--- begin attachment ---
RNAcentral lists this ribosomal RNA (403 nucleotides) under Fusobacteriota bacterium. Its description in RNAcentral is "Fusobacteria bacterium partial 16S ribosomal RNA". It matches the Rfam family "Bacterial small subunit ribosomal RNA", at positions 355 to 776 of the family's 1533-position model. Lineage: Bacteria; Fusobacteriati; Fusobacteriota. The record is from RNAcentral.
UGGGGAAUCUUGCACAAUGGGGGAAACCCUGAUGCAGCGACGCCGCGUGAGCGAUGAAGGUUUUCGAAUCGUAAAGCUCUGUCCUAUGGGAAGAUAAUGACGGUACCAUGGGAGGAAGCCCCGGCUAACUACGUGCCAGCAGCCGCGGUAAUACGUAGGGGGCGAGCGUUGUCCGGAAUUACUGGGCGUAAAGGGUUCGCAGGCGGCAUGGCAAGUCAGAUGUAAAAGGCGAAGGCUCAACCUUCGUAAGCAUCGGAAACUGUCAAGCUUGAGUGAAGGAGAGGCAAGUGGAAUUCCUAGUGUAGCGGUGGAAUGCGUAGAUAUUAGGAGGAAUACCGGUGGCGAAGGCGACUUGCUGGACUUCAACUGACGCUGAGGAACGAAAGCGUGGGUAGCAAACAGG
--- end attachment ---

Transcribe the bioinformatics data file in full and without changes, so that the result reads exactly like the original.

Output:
RNAcentral lists this ribosomal RNA (403 nucleotides) under Fusobacteriota bacterium. Its description in RNAcentral is "Fusobacteria bacterium partial 16S ribosomal RNA". It matches the Rfam family "Bacterial small subunit ribosomal RNA", at positions 355 to 776 of the family's 1533-position model. Lineage: Bacteria; Fusobacteriati; Fusobacteriota. The record is from RNAcentral.
UGGGGAAUCUUGCACAAUGGGGGAAACCCUGAUGCAGCGACGCCGCGUGAGCGAUGAAGGUUUUCGAAUCGUAAAGCUCUGUCCUAUGGGAAGAUAAUGACGGUACCAUGGGAGGAAGCCCCGGCUAACUACGUGCCAGCAGCCGCGGUAAUACGUAGGGGGCGAGCGUUGUCCGGAAUUACUGGGCGUAAAGGGUUCGCAGGCGGCAUGGCAAGUCAGAUGUAAAAGGCGAAGGCUCAACCUUCGUAAGCAUCGGAAACUGUCAAGCUUGAGUGAAGGAGAGGCAAGUGGAAUUCCUAGUGUAGCGGUGGAAUGCGUAGAUAUUAGGAGGAAUACCGGUGGCGAAGGCGACUUGCUGGACUUCAACUGACGCUGAGGAACGAAAGCGUGGGUAGCAAACAGG